In a matter of weeks, our patterns of daily living changed as COVID-19 invaded our lives. Businesses moved to survival mode. Parents became teachers. People transitioned to working from home. Conferences were canceled or moved to the fall, and meetings shifted to Zoom. Along with these changes, came forms of new learning required to make the transition.
Following are various elements of new learning:
For me, new learning came in the form of participating in a recording project to create a virtual choir. I confess, when I read all the instructions and listened to our choir director give additional directives on a Zoom meeting, I was frustrated and resistant. I began to mentally list reasons why this assignment was too hard, in fact, why it was impossible. My excuses included not having all the technology necessary and no ready access to what I needed because of closed stores. But more than anything, I felt inadequate for the task and intimidated by my lack of knowledge.
It’s easy to whine and complain rather than being receptive to a new learning experience and move forward with it. While it’s fine to acknowledge the task is hard, don’t stop there. Keep trying until you figure out a way to work around obstacles. Remember, new learning doesn’t have to produce a perfect outcome. The important thing is to try and be willing to experience some failed attempts. Often, fear of failure is what stops us from learning something new.
Many elements of our current circumstances are stressful. Personally, in addition to dealing with COVID-19 restrictions, I am spinning lots of plates right now, and often those plates are about to wobble off their sticks. Adding the virtual choir project rocketed my stress level to a new high, but I decided to give it priority and attempt it rather than wasting more time complaining. It would have been much easier to just say no, but despite the stress, it was an opportunity to learn. If we never power through the stress of something new, we never learn.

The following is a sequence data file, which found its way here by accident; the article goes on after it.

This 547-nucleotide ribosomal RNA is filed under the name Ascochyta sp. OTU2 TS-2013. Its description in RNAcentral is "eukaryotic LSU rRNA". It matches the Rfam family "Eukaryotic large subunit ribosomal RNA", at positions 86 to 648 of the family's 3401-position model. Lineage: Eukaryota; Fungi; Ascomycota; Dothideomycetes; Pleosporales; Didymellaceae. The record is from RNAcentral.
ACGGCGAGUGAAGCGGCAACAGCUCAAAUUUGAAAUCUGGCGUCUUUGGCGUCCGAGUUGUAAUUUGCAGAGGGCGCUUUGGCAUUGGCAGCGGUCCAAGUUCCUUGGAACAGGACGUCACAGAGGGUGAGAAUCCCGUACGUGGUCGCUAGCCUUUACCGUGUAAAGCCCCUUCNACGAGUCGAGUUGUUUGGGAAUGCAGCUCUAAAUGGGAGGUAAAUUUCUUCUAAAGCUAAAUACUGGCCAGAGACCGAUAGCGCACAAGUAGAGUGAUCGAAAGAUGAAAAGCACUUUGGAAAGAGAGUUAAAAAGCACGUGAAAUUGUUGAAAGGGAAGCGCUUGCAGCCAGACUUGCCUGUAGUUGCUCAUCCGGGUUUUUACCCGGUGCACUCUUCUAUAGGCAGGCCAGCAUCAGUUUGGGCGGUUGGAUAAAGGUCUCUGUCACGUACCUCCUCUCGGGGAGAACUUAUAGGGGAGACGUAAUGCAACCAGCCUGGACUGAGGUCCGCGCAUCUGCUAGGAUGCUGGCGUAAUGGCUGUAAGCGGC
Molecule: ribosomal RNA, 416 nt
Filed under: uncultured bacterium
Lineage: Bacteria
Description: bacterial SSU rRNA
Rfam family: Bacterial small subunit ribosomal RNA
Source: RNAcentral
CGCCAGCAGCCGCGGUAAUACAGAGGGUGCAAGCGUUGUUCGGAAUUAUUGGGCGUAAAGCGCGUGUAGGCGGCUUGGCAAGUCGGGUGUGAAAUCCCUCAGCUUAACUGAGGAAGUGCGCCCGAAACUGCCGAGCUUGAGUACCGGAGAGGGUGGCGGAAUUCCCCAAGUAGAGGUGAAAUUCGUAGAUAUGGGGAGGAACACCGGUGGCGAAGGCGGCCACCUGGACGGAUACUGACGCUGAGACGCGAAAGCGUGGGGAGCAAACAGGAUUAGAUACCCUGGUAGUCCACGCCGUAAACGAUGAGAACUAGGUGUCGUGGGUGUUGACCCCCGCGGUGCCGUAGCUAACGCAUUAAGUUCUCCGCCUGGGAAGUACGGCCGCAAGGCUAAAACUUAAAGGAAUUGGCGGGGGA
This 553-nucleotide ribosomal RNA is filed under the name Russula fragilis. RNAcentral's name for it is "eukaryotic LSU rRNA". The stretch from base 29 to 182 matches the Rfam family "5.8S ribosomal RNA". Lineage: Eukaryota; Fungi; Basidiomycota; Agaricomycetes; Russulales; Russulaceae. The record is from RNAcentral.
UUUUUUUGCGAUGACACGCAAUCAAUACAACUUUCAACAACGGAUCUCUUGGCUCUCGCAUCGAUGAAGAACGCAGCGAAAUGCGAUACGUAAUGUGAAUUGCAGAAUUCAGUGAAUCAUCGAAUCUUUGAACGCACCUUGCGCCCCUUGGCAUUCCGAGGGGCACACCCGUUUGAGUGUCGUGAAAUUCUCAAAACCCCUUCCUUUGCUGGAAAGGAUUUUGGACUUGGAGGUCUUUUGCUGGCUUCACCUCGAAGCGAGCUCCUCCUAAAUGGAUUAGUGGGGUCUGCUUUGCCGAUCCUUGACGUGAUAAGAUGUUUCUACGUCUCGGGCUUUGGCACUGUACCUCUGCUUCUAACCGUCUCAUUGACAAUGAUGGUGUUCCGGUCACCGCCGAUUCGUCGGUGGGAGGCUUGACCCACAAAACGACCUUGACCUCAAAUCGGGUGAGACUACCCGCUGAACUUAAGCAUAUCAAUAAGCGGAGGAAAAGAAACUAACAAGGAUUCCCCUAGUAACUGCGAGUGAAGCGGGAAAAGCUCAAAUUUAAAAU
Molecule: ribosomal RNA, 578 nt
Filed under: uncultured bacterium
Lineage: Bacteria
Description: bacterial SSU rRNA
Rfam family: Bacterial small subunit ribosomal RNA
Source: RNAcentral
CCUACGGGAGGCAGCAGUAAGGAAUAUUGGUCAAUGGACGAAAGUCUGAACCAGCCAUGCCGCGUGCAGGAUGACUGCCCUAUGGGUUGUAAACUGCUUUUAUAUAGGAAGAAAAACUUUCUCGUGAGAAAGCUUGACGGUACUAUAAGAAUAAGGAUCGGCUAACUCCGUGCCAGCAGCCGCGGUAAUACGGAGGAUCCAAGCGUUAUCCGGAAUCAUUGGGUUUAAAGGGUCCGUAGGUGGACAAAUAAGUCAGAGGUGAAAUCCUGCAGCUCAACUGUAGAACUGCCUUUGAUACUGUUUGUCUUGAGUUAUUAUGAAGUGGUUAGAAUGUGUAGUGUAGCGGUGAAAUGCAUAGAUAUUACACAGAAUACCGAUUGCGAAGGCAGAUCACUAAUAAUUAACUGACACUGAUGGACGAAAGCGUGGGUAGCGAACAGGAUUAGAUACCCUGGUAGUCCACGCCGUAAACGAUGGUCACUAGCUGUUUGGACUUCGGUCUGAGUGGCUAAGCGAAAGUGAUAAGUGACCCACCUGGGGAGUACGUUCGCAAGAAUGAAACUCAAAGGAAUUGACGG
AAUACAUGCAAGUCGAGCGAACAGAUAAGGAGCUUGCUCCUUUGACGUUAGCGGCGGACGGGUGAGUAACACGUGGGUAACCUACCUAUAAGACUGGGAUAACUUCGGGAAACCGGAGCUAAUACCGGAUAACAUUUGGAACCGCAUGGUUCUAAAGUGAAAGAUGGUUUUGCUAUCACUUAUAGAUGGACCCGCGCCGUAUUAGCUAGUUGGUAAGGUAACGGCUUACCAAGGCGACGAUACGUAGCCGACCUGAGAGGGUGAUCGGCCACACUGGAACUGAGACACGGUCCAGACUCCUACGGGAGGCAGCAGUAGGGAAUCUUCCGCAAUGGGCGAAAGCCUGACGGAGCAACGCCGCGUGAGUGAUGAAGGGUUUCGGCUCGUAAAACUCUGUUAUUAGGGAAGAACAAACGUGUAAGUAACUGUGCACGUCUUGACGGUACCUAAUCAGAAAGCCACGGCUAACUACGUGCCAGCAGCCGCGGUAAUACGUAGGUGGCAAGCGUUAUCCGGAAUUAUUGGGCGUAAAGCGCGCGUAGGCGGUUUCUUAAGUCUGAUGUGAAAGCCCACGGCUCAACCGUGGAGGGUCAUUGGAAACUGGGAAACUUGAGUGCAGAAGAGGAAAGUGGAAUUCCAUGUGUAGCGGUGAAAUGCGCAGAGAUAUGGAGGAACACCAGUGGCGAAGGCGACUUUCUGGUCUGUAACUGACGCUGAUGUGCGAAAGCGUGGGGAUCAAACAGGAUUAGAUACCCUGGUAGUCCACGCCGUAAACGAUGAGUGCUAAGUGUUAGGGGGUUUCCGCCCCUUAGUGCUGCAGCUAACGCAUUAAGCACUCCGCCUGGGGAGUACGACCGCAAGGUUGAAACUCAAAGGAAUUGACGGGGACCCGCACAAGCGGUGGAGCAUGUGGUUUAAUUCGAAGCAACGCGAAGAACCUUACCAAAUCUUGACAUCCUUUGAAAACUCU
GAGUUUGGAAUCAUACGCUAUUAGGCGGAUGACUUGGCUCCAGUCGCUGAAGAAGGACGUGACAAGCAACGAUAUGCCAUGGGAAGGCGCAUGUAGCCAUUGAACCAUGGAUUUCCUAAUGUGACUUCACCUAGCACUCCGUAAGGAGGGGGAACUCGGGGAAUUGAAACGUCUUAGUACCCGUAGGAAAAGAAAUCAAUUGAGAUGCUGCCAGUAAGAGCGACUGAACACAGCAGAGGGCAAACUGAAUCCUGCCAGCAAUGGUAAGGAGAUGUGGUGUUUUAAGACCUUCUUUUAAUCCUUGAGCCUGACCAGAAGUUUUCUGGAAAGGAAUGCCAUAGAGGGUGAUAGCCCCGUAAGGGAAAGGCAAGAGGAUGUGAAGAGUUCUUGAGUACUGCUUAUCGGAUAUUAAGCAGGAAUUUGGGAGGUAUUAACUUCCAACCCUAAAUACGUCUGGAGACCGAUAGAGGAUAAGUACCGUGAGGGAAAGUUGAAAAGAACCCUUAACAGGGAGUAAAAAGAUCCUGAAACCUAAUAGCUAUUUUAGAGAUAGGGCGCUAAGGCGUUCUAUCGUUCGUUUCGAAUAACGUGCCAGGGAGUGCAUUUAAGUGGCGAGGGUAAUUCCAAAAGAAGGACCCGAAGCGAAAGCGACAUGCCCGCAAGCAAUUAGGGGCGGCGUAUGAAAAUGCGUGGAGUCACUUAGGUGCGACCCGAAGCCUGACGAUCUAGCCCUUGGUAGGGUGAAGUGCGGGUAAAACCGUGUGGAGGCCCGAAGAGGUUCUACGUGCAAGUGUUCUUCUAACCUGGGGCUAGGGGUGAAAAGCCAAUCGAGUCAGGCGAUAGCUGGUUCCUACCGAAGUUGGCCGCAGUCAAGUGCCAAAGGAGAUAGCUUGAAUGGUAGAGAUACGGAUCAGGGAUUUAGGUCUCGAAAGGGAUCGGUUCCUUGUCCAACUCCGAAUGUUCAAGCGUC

Last week, I listened to a panel of writers and editors on Zoom. The discussion centered on the ability of businesses and writers to pivot in response to COVID-19 by changing business models and thinking differently. The upshot of the meeting: those who successfully make the transition have the ability to rapidly assess current needs, change direction, and project what the landscape will look like in three to six months. This requires discerning the needs of today while also looking ahead. New learning stretches us and causes us to look beyond the immediate to the future. Although challenging, learning sustains forward motion.
I poured countless hours into completing the choir recording project. Honestly, some of that time was wasted in resistance. But once I saw the results of the efforts of our praise team and musicians, I was re-energized and inspired to continue putting forth the necessary effort. I also had an encourager who boosted my resolve and coached me on technical aspects of the project.
As you approach new learning, you may need to gain inspiration and support from others. Don’t worry about appearing stupid. Be willing to humble yourself by admitting you need help. Also, acknowledge the sacrifice of time required for any new learning. It’s foolish to expect learning to come easily or quickly. Keep trying despite obstacles and enjoy the rewards of accomplishment and added knowledge.
Humility is a big part of learning, requiring us to admit we aren’t as smart as we pretend. I was totally humbled to hear the recording of my “raw” voice without aid of instrumental pad. It took a lot of courage for me to send that raw footage. But just as I know my individual voice will be enhanced by the voices of others, instrumental accompaniment, and the skill of a sound engineer, I also realize what I learned helped me grow and prepared me for future challenges and learning.
Embrace learning, risk failure, and enjoy the process.
“Let the wise listen and add to their learning, and let the discerning get guidance.” Proverbs 1:5 NIV
Candy Arrington is a writer, blogger, speaker, and freelance editor. She often writes on tough topics with a focus on moving beyond difficult life circumstances. Candy has written hundreds of articles, stories, and devotionals published by numerous outlets including: Inspiration.org, Arisedaily.com, CBN.com, Healthgrades.com, Care.com, Focus on the Family, NextAvenue.org, CountryLiving.com, and Writer’s Digest. Candy’s books include When Your Aging Parent Needs Care (Harvest House) and AFTERSHOCK: Help, Hope, and Healing in the Wake of Suicide (B&H Publishing Group).
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